©2013 Green Building Advisor. From The Taunton Press, Inc., publisher of Fine Homebuilding Magazine.
I am more or less done with the energy aspects of a deep energy retrofit (DER) of my home (built in 1910) and now experiencing humidity issues. I am in NY in zone 5A. This is going to be a very long post as I am trying to get as many details as possible.
DER involved 6" of exterior xps down to the base of the brick, basement is approximately 6.5' deep. Perforated drain tube was installed and the foundation was backfilled with about 1' of gravel, 2' of sand', then 1 foot of gravel- the foundation sits about 2-2.5 feet above grade. Above grade consisted of taped huber zip, 5.5" poly issue first two layers taped, tyvek, then furring strips. Tyvek was installed because the polyiso was glass fiber reinforced paper faced, and it is there to protect the polyiso. Windows are serious fiberglass, mostly casement but single hung's at porches, U= .22. They are outies, installed in 2x12 bucks.
It has a 12:12 roof and the attic was poorly converted into a living space with a dormer and the roof rafters went right to the top plate. I removed the dormer and restored it to a vented attic and raised the area above the top plate (changed the slope to 5:12 partially down the roof) to accomodate about 20" of blown in cellulose. I installed tyvek on the floor as an air barrier, then spray foamed the knee wall bottom plates and the perimeter of the tyvek to ensure it is was fully tight. All tyvek seams and staples were taped. I then installed 20" of blown in cellulose. The tyvek went in, then it was a few weeks before foaming, and then a few days after the cellulose was installed. As soon as the spray foam was complete, excessive condensation started appearing on the windows - they were dripping. Rough conditions were 60 F inside and 30-40 outdoor.
I was not too surprised about the dripping as there was no ventilation, at the time I would open the windows for a bit, this helped to an extent but it got cold and it was not a permanent solution. A few weeks later I installed a Venmar 1.5 EKO HRV with supplies to living spaces and exhausts in the kitchen and bathrooms. There are also two supplies and two exhausts in the basement I am struggling to get it balanced as one port will not provide an accurate reading- I am trying to resolve with Venmar. However I ran it at high speed and it resolved the condensation issue. This was mid December, and now that, barring this week, temperatures dropped, the condensation has started again. It's not as bad as before but it is still an issue.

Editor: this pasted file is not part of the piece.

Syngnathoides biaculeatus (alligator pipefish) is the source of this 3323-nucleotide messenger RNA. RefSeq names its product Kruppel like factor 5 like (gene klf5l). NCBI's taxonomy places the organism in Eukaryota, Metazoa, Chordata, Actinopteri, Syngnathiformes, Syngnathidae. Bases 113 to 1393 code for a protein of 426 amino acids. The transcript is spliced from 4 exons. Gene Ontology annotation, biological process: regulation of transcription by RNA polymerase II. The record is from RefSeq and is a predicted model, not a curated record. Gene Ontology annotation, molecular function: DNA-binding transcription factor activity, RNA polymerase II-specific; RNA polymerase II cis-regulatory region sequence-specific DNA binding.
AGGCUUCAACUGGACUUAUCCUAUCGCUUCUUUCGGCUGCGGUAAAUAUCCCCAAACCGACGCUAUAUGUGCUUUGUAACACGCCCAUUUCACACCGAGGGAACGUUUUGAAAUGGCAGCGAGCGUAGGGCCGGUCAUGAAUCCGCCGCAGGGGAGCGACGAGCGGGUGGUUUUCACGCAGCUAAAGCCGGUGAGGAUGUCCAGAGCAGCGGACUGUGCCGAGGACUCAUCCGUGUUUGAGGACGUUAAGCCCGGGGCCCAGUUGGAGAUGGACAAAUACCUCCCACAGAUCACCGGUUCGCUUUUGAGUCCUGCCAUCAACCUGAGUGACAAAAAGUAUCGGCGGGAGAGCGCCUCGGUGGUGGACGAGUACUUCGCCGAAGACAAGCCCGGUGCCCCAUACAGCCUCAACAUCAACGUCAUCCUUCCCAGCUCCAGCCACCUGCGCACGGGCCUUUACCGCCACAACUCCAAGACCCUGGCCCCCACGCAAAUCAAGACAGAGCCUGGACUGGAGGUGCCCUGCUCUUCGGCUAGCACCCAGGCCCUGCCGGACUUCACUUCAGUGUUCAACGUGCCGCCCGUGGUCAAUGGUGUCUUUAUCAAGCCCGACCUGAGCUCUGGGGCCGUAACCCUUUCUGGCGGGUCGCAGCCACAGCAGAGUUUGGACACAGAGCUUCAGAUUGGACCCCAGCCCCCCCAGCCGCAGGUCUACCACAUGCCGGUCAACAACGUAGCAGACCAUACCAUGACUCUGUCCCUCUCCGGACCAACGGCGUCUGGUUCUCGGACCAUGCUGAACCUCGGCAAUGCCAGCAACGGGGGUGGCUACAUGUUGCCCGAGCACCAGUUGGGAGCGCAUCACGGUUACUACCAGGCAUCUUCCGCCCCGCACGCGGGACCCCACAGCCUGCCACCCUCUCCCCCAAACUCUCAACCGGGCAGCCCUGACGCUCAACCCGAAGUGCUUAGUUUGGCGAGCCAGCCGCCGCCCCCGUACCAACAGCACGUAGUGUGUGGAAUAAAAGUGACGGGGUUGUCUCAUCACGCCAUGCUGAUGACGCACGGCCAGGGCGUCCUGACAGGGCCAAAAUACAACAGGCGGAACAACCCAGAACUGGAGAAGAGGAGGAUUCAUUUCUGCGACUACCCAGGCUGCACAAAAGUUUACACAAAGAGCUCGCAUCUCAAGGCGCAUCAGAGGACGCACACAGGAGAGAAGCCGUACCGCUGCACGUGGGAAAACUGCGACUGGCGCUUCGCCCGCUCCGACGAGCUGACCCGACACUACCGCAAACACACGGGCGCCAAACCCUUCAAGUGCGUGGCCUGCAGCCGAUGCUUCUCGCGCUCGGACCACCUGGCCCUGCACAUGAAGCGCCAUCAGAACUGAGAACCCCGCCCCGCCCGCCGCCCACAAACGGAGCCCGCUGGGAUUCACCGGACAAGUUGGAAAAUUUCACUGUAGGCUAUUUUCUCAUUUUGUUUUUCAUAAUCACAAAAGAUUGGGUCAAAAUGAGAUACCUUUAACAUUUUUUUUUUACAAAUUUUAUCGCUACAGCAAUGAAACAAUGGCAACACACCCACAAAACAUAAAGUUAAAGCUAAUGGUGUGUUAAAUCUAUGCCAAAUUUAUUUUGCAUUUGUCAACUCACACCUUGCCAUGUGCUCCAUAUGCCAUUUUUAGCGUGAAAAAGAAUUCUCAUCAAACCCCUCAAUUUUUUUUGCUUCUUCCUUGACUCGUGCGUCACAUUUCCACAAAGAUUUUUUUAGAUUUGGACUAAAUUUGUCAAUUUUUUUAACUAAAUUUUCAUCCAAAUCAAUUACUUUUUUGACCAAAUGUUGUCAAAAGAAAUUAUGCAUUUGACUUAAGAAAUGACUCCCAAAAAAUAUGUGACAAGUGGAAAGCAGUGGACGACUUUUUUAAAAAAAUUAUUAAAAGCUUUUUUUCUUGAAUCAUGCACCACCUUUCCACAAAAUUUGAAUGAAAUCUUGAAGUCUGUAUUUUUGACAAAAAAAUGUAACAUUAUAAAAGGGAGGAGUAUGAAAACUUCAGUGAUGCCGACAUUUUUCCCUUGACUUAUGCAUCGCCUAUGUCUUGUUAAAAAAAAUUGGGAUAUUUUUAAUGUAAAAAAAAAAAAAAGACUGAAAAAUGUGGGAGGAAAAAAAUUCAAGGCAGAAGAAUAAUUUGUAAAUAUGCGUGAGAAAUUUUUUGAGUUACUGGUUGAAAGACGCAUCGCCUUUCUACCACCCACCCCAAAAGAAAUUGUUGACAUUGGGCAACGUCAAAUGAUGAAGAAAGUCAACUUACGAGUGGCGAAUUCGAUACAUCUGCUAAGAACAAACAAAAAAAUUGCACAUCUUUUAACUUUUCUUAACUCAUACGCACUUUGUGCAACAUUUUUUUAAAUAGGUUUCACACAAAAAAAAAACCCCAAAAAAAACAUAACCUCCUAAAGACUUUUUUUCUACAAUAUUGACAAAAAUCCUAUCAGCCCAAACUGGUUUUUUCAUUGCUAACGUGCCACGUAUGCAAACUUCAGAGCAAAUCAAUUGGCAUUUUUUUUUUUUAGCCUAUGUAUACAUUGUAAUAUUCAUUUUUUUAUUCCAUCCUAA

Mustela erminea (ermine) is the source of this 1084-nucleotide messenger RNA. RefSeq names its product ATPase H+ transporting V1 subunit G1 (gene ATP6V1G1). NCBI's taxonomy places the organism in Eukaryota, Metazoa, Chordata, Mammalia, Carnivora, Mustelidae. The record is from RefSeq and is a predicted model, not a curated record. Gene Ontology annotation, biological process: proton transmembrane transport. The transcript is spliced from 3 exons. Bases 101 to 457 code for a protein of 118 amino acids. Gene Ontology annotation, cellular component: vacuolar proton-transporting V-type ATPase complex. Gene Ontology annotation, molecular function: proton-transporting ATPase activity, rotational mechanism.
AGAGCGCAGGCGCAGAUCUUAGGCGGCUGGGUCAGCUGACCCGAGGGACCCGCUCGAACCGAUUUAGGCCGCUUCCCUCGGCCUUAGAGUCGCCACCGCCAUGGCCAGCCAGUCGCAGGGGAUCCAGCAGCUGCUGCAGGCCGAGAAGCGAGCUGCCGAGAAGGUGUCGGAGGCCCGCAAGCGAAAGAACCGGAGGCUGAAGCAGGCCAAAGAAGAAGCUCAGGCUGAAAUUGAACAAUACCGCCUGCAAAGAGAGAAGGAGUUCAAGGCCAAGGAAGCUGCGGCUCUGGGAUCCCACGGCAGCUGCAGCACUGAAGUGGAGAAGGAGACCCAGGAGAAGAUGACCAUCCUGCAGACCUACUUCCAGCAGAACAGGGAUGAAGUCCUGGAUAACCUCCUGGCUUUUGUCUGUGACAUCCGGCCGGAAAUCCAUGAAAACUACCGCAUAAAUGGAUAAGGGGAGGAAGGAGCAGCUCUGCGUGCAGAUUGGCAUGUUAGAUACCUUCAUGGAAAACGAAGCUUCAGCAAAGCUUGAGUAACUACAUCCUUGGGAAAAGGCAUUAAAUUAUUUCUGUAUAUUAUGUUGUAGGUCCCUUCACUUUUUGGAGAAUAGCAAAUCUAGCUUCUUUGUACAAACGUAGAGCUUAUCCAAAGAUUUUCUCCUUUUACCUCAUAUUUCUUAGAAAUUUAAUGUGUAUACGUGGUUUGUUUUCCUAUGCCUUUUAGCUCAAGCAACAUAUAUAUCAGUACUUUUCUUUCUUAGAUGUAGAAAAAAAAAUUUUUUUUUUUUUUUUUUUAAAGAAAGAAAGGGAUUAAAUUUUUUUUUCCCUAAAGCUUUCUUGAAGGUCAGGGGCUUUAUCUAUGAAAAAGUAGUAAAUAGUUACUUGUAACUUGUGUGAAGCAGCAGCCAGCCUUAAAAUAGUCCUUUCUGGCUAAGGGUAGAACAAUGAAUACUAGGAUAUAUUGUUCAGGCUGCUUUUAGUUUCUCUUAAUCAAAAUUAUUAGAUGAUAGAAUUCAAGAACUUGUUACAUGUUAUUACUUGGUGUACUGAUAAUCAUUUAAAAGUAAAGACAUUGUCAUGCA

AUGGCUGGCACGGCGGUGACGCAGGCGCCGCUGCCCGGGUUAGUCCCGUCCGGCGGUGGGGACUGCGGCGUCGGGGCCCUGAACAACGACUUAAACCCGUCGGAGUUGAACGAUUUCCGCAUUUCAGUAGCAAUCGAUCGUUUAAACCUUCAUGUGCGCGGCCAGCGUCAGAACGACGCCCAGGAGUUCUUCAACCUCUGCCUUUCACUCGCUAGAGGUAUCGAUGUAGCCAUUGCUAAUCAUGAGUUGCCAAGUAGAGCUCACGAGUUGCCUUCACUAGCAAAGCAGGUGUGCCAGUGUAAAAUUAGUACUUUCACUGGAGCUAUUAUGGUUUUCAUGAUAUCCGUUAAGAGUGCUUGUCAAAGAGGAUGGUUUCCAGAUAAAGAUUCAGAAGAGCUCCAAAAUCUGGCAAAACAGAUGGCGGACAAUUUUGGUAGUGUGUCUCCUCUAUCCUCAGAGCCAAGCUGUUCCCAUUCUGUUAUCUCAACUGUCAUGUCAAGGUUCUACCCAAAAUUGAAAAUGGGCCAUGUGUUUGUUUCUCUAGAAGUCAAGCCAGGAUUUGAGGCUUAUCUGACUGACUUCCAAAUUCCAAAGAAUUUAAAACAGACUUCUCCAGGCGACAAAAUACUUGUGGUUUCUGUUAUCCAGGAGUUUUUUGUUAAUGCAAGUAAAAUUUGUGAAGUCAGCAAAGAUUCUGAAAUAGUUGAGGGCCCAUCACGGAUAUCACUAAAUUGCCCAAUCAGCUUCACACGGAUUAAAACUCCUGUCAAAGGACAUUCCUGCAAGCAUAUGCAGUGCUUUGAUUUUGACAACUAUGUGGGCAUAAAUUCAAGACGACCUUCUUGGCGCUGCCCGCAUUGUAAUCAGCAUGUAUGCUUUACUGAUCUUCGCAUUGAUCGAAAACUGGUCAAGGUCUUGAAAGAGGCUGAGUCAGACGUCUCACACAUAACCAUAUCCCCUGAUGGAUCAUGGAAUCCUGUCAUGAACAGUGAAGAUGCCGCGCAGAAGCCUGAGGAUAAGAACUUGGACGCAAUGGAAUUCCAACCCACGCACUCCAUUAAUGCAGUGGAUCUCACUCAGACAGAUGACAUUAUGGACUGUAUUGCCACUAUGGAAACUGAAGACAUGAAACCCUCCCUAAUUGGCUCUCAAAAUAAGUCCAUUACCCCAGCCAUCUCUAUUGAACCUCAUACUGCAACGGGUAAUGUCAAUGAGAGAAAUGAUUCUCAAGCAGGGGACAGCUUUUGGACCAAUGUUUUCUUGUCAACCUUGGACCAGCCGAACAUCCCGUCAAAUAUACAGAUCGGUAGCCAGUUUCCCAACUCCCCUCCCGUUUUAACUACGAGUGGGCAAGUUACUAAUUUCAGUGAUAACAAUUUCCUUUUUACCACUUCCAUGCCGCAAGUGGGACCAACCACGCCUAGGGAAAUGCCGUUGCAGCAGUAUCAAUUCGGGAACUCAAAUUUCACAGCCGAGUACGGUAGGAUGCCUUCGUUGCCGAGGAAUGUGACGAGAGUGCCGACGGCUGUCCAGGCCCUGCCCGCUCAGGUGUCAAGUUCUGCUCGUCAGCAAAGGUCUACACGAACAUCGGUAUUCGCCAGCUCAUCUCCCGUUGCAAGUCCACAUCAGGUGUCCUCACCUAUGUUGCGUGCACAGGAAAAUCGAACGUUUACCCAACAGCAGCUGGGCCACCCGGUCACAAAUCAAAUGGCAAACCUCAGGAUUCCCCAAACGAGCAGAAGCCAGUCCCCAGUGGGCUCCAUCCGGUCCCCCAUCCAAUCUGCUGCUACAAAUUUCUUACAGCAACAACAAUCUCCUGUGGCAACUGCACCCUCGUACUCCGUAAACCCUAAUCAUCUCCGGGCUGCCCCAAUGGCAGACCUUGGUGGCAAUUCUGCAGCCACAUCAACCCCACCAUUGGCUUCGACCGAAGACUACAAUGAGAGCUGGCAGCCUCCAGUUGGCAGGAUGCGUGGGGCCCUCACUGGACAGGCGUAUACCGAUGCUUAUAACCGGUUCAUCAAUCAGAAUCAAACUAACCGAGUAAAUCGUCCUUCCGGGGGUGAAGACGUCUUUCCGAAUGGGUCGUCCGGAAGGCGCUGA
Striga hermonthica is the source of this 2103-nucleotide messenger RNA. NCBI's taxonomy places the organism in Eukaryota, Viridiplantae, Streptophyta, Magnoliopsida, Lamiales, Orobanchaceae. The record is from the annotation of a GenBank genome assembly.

I borrowed a laboratory class hygrometer, and had RH levels of 70% in the basement with 55 degrees. In the living spaces the RH is about 60% with temp of 60 F. I Installed 10 mil plastic on the basement floor and brought it 1-2' up the foundation wall, installed a furring strip and sealed the plastic against the brick with a polyurethane sealant. RH dropped a few percent (if it is not noise in the reading), in the basement and remained fairly consistent in the living spaces.
The basement foundation is about 1 foot wide and 6.5' deep and made of brick. When we dug it out we found there was no footer and the bricks are sitting on the dirt so there is no capillary break. To make things more interesting all of the stud cavities were filled with nogging, a lower grade brick, which is resting on the foundation. It is ballooned frame so the nogging runs pretty much non stop from the foundation to the top plat. Some of it has been removed but most of it remains as it is desired to be the finished look. The nogging served as a fire break and a crude air barrier/draft stopper. Additionally the property has a well and the water table is approximately 15' below the basement floor.
I am certain the high RH is the issue and I am unsure how to address this beyond a dehumidifier- assuming that would even work. Since there is foam on the outside of the foundation, I believe I cannot run plastic all the way up the interior wall as this would prevent drying. However, one could argue drying could occur through the nogging. I am concerned that with the HRV out of balance it may be increasing the moisture transfer between the brick and the ground, however I am hesitant to believe this is the dominating effect. Any thoughts?